• In the show, Littlefinger's reputation for financial acumen is revealed to just be a ruse: he simply borrows the money. In the books, Littlefinger is a legitimate financial wizard who multiplies the revenues of Gulltown tenfold and also considerably raises the income of the crown, even though it still doesn't cover Robert's expenses.
    • There are also hints that the debts are also not all due to Robert's spending, as Tyrion partially discovers that Littlefinger has crafted quite a financial house of cards with the kingdom's finances. Due to his later prolifigate spending in the Vale, it seems likely he had undertaken quite a bit of embezzlement as well as a ponzi scheme. When Tyrion takes over as Master of Coin, he remarks that he can't understand the web of loans and expenditures, and that many of the investments "smelled like old fish".
  • Rickon is the wildest Stark child except for maybe Arya in the books, with various incidents of him attacking people. In the show he's a little overzealous cracking walnuts but otherwise quite tender and low-key, and he shows nothing but bewilderment and terror, without a hint of bravery or defiance, in Season 6.
  • Rickon's direwolf Shaggydog is the biggest and most unruly of the direwolves in the books and was feasting on unicorns on Skagos when we last glimpsed him by tree-vision in A Dance With Dragons. In the show, he's much tamer, but then again CGI-ing all his wild antics would have been difficult and expensive.
  • Rorge and Biter are among the most terrifying psychopaths in the books but are little more than Fat Bastard Stupid Crooks in the show. Rather than wreaking havoc as outlaws and providing a dangerous Dual Boss challenge, they are curb-stomped in a very ill-conceived attempt at Mugging the Monster.
  • Mace Tyrell:
    • He's a blustering yet tenaciously ambitious lord in the novels, but a totally ineffectual and sycophantic Momma's Boy in the show.
    • In the books he personally commands the left wing on the Blackwater and constantly presses for important offices for his faction rather than happily fetching quill and parchment.
    • He's also something of a Papa Wolf in the books, holding a serious grudge against Oberyn for crippling his eldest son, calling for the death of the man he believes nearly poisoned his daughter, and rushing his army back to King's Landing to confront the Sparrows after they seize Margaery (though Randyll Tarly arrives first).
  • From Season 3 on, Loras becomes much more mild-mannered and In Touch with His Feminine Side than the Hot-Blooded Glory Hound of the novels. He's also a skilled conversationalist in the books but constantly struggles with it in the show, such as at Tyrion's wedding and Tywin's funeral.
  • Hizdahr is a political version. In the books, he uses his political acumen to negotiate a truce with the Sons of the Harpy to convince Daenerys to marry him and resume the Gladiator Games, which at least ostensibly conciliates her enemies. In "Kill the Boy", he's imprisoned and forced into the marriage only to be viewed as The Quisling by the Harpies, who aren't the least appeased by the fighting pits.
  • In the books, Daenerys has many more opportunities to be physically assertive: She does some trick riding on her silver during her wedding feast, physically shoves Viserys in their confrontation in the long grass, acts as a standard-bearer within her army during the First Siege of Meereen, leaps down into the fighting pits to lash Drogon into submission and dodge his fire, none of which she does on the show. That said, she's not immune to fire in the books.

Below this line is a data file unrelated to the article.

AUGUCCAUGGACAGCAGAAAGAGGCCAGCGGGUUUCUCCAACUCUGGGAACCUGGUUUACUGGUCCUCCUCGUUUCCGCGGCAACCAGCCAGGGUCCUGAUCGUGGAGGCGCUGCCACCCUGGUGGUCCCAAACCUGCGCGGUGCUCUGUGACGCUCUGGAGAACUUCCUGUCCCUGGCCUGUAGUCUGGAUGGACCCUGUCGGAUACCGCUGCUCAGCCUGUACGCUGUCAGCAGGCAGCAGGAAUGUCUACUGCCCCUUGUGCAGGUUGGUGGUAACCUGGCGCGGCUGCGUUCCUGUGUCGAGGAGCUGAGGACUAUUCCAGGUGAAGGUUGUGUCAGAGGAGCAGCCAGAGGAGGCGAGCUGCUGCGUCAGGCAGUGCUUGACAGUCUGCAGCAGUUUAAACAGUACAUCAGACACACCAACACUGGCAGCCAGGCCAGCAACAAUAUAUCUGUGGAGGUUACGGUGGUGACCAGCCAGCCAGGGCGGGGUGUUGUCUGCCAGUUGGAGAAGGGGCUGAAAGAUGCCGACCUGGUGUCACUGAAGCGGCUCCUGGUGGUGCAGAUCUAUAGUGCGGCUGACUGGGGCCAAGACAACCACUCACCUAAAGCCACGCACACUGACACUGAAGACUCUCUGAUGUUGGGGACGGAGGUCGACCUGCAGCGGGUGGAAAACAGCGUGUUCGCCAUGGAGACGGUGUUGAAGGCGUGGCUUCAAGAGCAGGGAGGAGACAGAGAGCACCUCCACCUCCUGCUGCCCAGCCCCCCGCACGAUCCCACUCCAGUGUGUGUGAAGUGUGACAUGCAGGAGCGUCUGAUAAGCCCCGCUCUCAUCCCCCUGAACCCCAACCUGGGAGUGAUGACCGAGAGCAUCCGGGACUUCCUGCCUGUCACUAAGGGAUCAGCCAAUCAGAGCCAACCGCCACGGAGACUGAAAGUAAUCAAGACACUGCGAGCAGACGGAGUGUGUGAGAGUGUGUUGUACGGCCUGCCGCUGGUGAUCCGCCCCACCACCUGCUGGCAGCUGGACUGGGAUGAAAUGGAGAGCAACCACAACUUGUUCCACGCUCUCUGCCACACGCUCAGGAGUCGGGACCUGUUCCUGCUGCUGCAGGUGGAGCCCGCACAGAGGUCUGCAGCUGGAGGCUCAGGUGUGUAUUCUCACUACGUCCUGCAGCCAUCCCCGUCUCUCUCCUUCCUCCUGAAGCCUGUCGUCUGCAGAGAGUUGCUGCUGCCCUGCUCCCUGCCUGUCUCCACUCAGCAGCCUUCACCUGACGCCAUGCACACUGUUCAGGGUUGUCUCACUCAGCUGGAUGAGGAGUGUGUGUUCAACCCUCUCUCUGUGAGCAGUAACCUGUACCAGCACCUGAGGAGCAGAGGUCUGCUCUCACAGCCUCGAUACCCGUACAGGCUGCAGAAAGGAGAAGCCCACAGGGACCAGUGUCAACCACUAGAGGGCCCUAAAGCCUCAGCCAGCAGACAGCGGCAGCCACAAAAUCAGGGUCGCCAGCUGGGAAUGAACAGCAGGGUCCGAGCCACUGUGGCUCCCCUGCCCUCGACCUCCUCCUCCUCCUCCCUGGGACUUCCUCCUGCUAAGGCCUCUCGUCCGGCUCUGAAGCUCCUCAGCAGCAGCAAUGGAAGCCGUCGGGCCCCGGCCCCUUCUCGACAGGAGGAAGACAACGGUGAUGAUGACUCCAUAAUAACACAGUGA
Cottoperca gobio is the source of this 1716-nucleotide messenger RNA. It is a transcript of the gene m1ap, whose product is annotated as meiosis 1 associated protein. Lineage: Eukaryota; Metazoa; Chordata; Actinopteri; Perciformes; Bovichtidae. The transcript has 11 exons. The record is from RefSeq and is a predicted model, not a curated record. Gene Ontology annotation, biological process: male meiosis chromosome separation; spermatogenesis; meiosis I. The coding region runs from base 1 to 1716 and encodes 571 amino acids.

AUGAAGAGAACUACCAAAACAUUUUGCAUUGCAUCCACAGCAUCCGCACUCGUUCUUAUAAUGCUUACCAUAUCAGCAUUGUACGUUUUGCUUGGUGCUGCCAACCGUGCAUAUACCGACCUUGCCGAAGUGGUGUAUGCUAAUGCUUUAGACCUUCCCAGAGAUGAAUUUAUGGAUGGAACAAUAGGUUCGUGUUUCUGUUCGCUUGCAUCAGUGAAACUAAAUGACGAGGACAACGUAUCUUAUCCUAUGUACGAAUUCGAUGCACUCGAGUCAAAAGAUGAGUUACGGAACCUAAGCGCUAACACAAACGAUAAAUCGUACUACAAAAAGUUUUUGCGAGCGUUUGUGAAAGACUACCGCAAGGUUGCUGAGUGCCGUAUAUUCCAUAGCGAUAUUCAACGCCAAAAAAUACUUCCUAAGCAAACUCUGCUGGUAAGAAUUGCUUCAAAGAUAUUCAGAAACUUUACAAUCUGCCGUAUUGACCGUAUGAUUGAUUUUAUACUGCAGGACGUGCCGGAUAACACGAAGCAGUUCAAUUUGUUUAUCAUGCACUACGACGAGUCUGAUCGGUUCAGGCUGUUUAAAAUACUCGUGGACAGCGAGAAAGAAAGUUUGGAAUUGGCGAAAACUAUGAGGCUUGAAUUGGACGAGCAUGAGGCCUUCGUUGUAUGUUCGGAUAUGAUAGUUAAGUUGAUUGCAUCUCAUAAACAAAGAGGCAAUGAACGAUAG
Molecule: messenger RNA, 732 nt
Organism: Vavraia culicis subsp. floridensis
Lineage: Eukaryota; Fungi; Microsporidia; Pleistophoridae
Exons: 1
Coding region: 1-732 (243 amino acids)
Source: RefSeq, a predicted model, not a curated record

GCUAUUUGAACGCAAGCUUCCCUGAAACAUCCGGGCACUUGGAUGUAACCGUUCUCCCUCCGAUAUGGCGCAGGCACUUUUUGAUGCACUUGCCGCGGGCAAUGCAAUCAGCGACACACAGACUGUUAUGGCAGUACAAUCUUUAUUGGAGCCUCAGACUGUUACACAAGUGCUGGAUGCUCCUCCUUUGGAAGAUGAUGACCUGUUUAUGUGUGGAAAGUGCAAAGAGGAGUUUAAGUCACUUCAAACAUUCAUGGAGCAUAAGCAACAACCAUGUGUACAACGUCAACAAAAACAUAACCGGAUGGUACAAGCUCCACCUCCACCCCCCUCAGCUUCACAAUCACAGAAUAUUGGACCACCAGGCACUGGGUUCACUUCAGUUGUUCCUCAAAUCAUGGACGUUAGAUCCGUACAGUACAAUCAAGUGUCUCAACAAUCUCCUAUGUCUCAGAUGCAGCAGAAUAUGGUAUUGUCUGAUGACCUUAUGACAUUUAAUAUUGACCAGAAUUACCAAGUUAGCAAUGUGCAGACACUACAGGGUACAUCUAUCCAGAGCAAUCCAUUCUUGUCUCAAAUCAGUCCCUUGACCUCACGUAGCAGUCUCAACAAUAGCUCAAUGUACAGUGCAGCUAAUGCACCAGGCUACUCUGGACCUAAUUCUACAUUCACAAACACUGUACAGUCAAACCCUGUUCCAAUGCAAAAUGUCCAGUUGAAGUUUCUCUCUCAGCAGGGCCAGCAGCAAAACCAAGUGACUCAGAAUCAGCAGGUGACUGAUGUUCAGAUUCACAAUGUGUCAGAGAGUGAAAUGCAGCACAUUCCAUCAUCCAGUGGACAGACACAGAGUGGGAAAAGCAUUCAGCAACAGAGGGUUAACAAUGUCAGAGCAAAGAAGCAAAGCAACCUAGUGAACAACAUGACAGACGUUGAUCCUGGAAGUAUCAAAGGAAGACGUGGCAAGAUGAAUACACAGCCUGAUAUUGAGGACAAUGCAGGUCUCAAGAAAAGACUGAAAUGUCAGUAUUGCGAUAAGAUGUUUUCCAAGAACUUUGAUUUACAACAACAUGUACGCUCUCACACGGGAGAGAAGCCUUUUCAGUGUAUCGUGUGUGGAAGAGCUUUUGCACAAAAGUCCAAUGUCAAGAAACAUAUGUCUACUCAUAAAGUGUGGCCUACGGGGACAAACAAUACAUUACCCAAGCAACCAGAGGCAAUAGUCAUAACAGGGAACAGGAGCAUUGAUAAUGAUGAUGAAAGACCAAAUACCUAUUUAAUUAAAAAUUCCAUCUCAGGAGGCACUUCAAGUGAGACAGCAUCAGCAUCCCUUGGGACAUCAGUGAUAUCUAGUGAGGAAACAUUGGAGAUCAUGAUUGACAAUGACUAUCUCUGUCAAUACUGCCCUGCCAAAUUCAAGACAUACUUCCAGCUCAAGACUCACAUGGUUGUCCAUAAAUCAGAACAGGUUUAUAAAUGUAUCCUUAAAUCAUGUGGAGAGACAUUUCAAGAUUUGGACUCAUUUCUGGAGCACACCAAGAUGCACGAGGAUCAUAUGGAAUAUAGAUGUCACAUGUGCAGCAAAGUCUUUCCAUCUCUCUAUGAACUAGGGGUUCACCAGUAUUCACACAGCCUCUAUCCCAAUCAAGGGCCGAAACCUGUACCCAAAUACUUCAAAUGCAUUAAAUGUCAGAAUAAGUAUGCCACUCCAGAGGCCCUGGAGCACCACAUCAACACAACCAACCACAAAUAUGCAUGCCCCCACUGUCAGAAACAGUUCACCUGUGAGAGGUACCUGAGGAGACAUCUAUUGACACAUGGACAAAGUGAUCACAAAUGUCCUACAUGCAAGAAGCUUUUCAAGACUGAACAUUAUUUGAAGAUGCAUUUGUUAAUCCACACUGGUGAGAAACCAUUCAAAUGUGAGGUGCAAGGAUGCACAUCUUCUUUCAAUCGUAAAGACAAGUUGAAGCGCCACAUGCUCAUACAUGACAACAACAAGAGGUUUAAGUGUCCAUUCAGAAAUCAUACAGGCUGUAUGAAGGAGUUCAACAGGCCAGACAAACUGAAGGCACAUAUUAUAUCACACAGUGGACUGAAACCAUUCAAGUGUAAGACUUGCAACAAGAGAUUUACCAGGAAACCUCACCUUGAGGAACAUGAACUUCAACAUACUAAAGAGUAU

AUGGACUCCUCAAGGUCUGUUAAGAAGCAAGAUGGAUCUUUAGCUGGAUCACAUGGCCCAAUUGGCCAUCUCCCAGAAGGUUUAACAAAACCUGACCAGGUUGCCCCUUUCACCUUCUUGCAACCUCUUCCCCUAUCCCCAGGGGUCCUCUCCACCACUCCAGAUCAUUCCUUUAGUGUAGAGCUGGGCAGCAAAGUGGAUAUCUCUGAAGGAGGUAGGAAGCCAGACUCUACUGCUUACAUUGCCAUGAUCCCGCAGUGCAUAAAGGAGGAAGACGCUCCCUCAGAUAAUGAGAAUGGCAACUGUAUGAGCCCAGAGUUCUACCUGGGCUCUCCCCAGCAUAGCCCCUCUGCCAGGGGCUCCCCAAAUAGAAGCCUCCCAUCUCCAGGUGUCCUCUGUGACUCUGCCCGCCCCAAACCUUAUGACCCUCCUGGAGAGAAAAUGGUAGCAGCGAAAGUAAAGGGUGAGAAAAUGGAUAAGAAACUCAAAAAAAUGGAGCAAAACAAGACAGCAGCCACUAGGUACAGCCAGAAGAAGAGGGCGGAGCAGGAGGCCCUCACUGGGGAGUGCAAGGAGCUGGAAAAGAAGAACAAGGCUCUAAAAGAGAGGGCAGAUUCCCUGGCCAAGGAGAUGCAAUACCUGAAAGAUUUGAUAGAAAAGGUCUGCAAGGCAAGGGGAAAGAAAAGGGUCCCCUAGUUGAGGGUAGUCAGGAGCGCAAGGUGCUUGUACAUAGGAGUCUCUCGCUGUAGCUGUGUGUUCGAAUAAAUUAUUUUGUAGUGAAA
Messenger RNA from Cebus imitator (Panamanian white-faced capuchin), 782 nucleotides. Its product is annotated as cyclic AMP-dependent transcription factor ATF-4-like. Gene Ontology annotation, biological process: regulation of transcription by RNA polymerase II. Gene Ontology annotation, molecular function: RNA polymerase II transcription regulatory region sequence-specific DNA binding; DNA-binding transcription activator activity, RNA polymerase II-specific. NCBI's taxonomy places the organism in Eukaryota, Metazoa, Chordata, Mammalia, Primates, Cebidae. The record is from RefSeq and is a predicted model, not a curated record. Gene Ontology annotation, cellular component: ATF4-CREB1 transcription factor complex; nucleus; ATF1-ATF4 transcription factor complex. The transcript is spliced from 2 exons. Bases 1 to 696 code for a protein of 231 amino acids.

• Selyse was much more of a Grande Dame, an extremely haughty and close-minded person (as well as a bit of a hypocrite), who just so happened to have complete and total faith in Melisandre and R'hllor (in fact, it was her who brought Melisandre to Stannis), with much more political influence in the books, including playing a vocal role on Stannis' council since her family, the Florents, are Stannis' most powerful supporters and her Praetorian Guard, the "Queen's Men", is the largest and most fanatical faction in Stannis' army. She constantly campaigns for even more radical actions and pressures Stannis for sacrifices and such. In the show, she's really just the pliant and servile wife whose fanaticism is emphasised to a degree in which she's a Mad Woman In The Attic and with a downplayed political influence (which, admittedely was a secondary matter until around the fifth book). Her main concerns are prayer and despising her daughter.
  • In both versions, Doran Martell is characterized by his caution. In the show it's simply prudence, and he's caught completely off-guard by the Sand Snakes' ruthless betrayal. In the books, he's secretly colluding with Oberyn for vengeance that is Best Served Cold, and outmaneuvers the Sand Snakes when they try to betray him.
  • Areo Hotah is easily dispatched by a back-stab from Tyene without ever getting a chance to use his impressive glaive. In the novels, he defeats a Kingsguard knight and has yet to face any threat that he cannot match.
  • Lame Lothar and Black Walder: In the books, Lothar is an Evil Genius Cripple who masterminds every detail of the Red Wedding "down to which songs would be played," and Black Walder is a legitimate badass who uses the "Yield or I'll hang him!" ploy successfully at Seagard. In the show, their talents are inverted when they take on Ryman Frey's ineffectual role at Riverrun.